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Old 12-06-2012, 01:24 AM   #1
william_shakes_beer
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I have been brewing beer for 2 years. I decided to try a cider this weekend, and decided to pitch Nottingham, since I have a sample in thr fridge that I harvested from a split wort starter. Obtained some sweet cider from a local orchard (no preservatives, pasturized by heating) boiled and cooled, pitched the yeast and put it on the stir plate. 24 hrs later, nothing. Not a bubble, not a cell in site. I will turn off the stir plate overnight and see if there is anything that flocculates out, but since there is no color change, no yeast smell and no krausen, I'm pretty sure there is no yeast partying . Have I missed something? Should I thin the cider down? Everything I have read tells me that Nottingham will ferment cider just fine. Glad this is only a starter and not a 5 gallon bucket sitting there!!! I have never had a starter fail before now.

 
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Old 12-06-2012, 01:28 AM   #2
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My experience with nottingham in cider its that it is a very slow starter. It starts slow and takes forever to finish.
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Old 12-06-2012, 01:38 AM   #3
william_shakes_beer
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How long should I expect to wait for a starter to ... er ... start?

 
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Old 12-06-2012, 01:56 AM   #4
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My bad. I misread your post. I thought you had a starter you pitched. Sorry about that. I'd give it a little longer anyway. How old was the yeast you were using?
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Old 12-06-2012, 02:06 AM   #5
william_shakes_beer
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The yeast was harvested from a split starter. It was white and clean in the storage jar.

 
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Old 12-06-2012, 02:41 AM   #6
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I'd let or go for another 12 hours. Cider doesn't give you much krausen. I'd just pick up a few packets of dry nottingham yeast and toss that into your cider. I love cider with nottingham. Gives it a nice 'beery' character.
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Old 12-08-2012, 04:10 PM   #7
william_shakes_beer
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Update: I gave the starter another day on stir plate at temp and it is merrily fermenting the starter must. Another cider newbie question.

I am fixin' to purchase my sweet cider today. It comes bottled by the orchard that presses it. The ingredients listed on the jug are "juice from apples" end of list. Their web site states that "The apple cider is then run through a flash pasteurization process, where it is heated to 165 degrees for 8 – 10 seconds, to kill bacteria, while maintaining the beneficial enzymes that are in natural cider. The apple cider is run back into cooling tanks, and chilled back down to 35 degrees. After cooled completely, it is bottled into gallon, & gallon jugs in an automatic bottling and capping machine, ready to sell at our markets". I'm used to doing a 1 hour boil for wort. Do i need to do anything to sterilize this product before pitching my yeast? Do I need to kill the "beneficial enzymes"?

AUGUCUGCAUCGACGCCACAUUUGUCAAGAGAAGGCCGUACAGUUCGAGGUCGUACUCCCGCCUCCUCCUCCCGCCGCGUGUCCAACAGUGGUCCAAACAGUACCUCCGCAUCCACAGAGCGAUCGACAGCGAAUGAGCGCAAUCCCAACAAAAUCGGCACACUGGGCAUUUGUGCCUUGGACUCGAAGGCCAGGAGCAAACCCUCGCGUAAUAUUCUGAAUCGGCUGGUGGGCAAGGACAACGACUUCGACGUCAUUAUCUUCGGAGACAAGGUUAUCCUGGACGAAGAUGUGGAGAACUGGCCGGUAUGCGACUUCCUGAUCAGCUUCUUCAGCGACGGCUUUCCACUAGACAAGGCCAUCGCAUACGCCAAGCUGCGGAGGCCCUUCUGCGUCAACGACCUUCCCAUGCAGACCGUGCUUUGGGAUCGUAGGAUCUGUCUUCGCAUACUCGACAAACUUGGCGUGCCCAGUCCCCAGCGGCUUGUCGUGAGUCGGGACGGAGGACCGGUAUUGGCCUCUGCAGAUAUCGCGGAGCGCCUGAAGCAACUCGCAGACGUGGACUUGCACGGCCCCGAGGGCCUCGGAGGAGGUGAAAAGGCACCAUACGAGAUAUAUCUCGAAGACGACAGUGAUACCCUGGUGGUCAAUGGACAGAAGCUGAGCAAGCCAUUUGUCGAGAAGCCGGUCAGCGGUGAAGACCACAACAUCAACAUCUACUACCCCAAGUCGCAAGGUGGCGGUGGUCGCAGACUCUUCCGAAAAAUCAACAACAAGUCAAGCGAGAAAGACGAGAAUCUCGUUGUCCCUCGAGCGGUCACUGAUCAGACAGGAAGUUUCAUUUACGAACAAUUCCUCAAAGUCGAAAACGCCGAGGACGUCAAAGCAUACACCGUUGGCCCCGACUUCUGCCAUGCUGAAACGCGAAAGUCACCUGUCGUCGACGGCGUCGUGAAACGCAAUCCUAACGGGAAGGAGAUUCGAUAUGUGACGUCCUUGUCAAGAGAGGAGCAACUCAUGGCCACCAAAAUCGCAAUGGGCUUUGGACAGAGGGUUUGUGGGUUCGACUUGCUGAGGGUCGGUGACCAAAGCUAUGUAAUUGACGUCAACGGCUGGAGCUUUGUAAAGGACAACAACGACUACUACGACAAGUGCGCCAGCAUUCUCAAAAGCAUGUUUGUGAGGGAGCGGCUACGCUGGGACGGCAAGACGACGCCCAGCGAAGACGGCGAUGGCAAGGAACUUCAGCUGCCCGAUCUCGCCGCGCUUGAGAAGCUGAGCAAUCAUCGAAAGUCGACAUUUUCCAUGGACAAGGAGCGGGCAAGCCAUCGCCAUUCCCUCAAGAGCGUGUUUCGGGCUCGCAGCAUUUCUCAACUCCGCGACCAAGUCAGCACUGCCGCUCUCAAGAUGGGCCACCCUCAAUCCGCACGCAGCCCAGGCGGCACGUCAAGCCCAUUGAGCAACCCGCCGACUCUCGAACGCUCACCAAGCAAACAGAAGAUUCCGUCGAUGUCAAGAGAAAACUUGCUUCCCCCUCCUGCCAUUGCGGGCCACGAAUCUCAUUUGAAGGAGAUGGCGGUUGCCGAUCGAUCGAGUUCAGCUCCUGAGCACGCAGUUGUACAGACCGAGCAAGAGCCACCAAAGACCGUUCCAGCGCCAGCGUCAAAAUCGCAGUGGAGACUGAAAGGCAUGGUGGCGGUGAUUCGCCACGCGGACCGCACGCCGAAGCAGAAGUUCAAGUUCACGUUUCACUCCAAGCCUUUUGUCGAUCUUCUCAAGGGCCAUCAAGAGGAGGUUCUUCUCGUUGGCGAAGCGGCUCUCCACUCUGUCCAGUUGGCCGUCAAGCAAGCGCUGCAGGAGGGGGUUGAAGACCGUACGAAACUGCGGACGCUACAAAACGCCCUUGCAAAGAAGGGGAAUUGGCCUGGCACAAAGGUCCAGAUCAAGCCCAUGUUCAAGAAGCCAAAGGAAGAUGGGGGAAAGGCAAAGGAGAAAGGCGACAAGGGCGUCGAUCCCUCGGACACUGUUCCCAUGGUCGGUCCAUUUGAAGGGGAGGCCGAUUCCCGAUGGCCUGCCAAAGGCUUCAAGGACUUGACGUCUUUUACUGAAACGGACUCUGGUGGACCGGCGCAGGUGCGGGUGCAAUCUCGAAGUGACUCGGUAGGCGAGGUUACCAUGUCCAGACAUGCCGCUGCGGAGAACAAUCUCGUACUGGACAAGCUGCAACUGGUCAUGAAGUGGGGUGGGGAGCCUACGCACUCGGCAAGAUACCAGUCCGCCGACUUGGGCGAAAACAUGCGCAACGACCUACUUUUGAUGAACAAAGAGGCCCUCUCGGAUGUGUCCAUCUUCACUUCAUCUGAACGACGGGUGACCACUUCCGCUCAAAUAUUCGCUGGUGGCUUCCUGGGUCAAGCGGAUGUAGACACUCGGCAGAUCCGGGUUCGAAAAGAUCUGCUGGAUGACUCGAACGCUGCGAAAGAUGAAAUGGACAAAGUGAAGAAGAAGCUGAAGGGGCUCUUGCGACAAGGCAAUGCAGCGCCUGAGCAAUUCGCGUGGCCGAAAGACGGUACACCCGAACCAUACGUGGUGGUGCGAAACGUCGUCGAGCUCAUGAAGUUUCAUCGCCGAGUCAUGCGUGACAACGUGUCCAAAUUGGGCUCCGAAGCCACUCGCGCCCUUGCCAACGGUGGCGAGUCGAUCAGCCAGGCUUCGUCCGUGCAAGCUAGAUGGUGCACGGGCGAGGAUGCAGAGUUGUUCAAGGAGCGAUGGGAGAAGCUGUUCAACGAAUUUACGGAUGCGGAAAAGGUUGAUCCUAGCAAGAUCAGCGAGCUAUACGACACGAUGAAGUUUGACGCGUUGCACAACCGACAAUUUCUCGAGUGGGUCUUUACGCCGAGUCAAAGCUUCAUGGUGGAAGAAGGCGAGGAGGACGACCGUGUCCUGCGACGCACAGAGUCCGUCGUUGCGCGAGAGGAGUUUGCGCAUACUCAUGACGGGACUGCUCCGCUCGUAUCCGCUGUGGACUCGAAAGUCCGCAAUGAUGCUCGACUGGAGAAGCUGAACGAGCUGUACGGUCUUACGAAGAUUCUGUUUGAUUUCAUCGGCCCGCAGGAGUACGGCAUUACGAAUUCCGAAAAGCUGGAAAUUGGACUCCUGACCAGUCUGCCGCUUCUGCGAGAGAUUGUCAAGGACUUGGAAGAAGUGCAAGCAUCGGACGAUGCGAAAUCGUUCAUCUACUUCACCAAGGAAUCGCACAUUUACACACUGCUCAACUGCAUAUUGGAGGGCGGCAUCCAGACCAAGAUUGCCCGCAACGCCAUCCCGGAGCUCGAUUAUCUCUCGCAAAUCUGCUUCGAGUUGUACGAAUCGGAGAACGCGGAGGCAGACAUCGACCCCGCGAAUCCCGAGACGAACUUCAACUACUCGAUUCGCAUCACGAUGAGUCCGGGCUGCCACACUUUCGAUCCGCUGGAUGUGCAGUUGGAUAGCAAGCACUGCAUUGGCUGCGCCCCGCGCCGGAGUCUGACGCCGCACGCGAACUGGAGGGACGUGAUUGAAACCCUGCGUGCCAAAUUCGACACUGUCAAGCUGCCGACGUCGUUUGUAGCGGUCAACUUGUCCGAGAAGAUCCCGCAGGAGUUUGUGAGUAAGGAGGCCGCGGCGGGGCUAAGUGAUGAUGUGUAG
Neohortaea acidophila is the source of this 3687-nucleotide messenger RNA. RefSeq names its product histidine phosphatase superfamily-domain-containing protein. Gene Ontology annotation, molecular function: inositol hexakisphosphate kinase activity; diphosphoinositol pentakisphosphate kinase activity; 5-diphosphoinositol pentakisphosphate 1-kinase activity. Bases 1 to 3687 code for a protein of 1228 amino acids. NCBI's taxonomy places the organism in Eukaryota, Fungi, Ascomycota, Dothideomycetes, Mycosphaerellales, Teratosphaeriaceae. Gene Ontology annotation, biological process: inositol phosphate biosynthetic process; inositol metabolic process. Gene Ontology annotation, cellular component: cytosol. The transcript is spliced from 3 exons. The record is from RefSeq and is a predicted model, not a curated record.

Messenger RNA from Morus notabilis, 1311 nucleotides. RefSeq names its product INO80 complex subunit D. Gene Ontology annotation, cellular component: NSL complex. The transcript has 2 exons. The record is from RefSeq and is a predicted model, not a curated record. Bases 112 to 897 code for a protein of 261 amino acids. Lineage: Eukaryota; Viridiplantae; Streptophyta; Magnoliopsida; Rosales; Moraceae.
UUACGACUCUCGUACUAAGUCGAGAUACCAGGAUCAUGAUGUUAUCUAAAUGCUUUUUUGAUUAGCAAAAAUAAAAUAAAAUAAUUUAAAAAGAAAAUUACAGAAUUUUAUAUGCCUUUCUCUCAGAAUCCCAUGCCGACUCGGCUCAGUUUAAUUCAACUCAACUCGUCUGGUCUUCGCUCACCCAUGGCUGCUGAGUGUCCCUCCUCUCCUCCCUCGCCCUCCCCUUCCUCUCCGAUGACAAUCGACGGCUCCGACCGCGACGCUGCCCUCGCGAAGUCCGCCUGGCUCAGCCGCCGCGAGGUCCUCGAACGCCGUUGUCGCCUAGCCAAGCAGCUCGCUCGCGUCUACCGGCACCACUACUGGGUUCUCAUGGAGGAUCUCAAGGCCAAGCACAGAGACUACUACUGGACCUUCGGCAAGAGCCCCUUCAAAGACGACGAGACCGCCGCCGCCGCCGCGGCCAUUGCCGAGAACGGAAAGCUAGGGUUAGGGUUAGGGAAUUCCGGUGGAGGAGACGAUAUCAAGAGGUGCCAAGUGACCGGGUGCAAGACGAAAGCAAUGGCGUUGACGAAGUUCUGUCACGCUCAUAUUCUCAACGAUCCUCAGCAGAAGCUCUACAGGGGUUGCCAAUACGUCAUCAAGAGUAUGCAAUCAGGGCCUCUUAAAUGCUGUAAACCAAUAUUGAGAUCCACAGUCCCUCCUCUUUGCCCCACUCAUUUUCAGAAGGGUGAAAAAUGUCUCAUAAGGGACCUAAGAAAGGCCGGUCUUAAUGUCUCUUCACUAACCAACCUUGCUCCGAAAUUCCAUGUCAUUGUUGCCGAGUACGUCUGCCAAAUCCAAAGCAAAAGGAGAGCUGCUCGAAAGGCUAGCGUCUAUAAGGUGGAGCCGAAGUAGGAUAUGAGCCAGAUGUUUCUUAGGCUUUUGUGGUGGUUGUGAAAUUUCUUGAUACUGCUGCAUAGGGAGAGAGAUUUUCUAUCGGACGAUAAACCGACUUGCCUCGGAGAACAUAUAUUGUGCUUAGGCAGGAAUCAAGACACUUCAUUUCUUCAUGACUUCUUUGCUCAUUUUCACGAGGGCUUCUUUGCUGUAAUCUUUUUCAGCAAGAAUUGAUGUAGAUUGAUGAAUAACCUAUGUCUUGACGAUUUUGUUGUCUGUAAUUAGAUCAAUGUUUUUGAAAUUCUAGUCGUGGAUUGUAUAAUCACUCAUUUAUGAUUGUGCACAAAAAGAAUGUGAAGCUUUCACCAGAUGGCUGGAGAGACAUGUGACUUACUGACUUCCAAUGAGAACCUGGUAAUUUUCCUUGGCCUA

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Old 12-08-2012, 04:47 PM   #8
hwilshusen
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No boiling necessary or desired. It may leave a "cooked taste" according to some people. The boiling for beer is mainly for the hops. Just do normal sanitizing of equipment.

 
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Old 12-08-2012, 06:07 PM   #9
CRock303
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^ Agreed, at most you just need to get it up to temp for a bit to pastuerize it. Boiling does a few things to to cider and none of them are beneficial. It cooks the apple flavor and sets the pectin in the juice so it will be almost impossible to clear. If you haven't added yeast nutrient I would do that and repitch yeast.

 
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Old 12-08-2012, 06:11 PM   #10
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If they pasteurized it themselves it's as easy as poor cider into fermenter, add starter. Now stop and let yeast do their job.
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